As growth slows in traditional markets, chemicals executives may be tempted to extend their reach into exciting new markets. Jason McLinn, a partner in Bain's Industrial Goods & Services practice, shares how investing to outperform in a company's core can deliver stronger results than running with the pack in new specialties.
Read the Bain Brief: In Chemicals, Great Strategy Beats Great Markets
Read the transcript below.
JASON MCLINN: In developed countries, growth has slowed in a lot of the chemicals categories. And so a company might want to enter a hot new market, but it's often harder to be successful than they originally anticipate. Or by the time they get there, the market may have cooled off. So Bain research shows that investing in your core business leads to better results than expanding too quickly into adjacencies.
In most industries, only one or two companies earn 80% of the profit pool. And in the chemicals market, we see winners emerging from all different sectors and with all three main strategies—being the lowest cost, having the best products, or delivering great service. So put simply, it's more about what you do than where you do it which matters.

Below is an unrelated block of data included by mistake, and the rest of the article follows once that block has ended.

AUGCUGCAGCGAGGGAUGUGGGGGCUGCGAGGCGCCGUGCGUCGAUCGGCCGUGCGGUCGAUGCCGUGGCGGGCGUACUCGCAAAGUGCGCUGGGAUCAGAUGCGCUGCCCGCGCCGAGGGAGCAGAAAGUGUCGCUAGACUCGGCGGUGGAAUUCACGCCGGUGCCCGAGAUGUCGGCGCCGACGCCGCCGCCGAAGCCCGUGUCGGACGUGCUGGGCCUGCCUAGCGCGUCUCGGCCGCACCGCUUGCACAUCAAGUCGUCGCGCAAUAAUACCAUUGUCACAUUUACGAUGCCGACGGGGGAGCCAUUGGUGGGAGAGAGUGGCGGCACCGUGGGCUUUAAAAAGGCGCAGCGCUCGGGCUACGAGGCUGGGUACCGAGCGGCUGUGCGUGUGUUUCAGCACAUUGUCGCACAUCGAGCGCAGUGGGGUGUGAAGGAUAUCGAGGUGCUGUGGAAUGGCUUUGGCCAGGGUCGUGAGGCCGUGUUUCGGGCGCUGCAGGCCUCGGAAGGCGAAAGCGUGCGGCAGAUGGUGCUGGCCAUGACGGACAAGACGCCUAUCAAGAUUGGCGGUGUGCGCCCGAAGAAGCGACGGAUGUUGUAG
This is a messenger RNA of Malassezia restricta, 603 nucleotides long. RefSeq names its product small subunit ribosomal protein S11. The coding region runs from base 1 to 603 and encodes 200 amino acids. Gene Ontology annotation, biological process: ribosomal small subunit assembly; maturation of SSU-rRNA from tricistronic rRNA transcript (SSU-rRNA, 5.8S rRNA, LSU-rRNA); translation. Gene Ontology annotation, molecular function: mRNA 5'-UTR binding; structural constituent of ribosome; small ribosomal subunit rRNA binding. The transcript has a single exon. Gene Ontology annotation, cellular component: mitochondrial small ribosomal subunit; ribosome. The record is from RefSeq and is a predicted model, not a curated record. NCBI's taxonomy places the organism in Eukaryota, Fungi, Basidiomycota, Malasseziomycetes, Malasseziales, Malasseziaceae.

Among the top chemicals performers, they focus on three things: their capabilities, their customers and their resources. They use hard metrics to measure their capabilities relative to competitors, to understand where they're ahead or where they might be lagging. They identify the profitability of their customers so they know who to focus on and deeply understand their needs. And they align their resources and their investments around that strategy while minimizing any distractions.
In Chemicals, Great Strategy Beats Great Markets
Investing to outperform in core markets proves more rewarding than chasing after exciting new ones.